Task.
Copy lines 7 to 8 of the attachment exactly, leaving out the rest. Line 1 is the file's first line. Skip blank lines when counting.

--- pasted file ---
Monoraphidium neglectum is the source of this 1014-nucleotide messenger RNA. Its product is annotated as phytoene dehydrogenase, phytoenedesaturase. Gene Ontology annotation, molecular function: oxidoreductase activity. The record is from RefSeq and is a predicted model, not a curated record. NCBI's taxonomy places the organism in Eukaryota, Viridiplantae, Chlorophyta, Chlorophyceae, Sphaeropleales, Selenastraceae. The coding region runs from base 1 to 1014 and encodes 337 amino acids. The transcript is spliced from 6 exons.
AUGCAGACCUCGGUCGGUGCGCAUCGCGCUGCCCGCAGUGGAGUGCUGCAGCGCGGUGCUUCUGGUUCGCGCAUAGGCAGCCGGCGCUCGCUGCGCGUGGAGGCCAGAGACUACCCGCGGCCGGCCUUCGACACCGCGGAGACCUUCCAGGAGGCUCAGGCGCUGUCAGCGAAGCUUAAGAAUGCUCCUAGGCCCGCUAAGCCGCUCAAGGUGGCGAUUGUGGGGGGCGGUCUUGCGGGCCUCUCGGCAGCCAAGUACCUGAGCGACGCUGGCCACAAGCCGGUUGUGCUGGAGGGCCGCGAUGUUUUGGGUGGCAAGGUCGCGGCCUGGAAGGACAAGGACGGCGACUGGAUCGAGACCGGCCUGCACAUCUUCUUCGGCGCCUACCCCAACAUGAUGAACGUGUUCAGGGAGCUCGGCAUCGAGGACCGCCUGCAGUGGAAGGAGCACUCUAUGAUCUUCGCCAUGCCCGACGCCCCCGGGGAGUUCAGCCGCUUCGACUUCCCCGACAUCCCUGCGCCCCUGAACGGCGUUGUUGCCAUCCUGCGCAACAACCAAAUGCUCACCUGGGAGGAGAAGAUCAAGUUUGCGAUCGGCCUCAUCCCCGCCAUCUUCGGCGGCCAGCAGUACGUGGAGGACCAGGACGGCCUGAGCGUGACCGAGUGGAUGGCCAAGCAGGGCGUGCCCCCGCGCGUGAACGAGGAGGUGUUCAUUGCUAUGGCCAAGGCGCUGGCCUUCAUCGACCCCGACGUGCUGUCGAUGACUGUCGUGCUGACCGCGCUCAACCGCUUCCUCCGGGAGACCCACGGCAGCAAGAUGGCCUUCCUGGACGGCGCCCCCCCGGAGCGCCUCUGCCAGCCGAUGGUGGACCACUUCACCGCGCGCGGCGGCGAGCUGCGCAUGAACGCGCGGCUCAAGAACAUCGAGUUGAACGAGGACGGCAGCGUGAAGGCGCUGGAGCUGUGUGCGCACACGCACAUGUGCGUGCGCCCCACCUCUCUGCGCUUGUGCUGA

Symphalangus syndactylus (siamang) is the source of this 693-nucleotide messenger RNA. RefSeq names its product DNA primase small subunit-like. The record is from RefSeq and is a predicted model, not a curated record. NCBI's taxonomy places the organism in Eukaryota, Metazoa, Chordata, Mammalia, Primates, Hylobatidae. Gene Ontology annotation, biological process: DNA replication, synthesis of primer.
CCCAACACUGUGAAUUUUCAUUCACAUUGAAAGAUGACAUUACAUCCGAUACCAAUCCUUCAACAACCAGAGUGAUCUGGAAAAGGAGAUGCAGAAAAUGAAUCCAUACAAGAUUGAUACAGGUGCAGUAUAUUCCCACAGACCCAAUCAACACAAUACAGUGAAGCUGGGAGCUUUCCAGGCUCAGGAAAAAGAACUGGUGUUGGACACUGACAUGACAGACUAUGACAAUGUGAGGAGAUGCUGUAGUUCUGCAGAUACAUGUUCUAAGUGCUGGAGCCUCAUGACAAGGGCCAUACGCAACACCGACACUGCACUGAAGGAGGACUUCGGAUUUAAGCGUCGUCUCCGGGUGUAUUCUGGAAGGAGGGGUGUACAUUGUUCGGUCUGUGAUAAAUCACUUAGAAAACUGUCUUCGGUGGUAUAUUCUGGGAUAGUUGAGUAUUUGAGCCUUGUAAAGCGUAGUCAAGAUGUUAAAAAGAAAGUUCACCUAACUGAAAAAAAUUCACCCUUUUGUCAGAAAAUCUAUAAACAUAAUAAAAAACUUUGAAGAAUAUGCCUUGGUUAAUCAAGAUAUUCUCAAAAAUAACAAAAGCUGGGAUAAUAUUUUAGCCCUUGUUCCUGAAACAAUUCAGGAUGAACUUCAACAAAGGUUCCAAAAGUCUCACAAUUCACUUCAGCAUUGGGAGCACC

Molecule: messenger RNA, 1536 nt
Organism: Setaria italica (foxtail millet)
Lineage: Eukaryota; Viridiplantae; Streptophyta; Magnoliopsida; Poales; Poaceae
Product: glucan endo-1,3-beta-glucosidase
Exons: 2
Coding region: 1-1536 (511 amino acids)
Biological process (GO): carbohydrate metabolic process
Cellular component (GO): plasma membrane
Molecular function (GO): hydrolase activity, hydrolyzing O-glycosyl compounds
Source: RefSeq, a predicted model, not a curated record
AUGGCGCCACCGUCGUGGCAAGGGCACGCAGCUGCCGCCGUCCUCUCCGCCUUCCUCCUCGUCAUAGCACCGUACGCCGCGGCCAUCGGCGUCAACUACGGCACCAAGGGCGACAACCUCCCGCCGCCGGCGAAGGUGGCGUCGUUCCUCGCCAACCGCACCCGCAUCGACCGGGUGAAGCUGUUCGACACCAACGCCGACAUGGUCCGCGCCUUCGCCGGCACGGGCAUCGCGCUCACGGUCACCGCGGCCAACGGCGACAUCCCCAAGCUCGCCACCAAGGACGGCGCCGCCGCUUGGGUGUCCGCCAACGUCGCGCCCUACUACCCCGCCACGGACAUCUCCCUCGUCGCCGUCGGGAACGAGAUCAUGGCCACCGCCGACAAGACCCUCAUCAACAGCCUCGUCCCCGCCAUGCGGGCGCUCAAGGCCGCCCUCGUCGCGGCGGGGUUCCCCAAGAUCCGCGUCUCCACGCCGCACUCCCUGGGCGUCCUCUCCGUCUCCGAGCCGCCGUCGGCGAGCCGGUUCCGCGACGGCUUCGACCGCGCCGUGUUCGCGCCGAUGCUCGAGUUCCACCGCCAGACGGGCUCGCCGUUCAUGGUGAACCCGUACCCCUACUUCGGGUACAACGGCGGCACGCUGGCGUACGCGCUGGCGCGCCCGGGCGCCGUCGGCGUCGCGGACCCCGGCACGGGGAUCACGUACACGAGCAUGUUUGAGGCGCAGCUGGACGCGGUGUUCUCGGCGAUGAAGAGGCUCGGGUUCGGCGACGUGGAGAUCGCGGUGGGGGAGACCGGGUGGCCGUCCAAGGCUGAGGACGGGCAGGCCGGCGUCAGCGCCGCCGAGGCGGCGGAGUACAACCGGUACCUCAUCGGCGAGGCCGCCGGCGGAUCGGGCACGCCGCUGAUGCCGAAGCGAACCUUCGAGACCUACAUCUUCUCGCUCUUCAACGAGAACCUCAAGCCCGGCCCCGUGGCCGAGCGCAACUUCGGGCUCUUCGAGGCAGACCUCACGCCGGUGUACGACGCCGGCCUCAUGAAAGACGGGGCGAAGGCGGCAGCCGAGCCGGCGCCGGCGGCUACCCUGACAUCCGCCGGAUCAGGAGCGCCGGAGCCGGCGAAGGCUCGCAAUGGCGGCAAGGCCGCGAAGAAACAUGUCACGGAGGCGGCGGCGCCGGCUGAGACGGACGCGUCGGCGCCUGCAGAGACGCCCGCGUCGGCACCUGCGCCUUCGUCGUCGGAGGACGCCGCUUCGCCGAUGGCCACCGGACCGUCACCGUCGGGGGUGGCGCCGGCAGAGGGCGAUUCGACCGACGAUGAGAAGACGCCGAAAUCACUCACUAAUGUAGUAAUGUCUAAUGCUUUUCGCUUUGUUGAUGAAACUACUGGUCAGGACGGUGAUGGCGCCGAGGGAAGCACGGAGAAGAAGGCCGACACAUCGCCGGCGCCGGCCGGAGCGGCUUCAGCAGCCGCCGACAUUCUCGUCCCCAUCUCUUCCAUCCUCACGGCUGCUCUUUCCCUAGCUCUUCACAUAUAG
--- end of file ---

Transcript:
Lineage: Eukaryota; Viridiplantae; Streptophyta; Magnoliopsida; Poales; Poaceae
Product: glucan endo-1,3-beta-glucosidase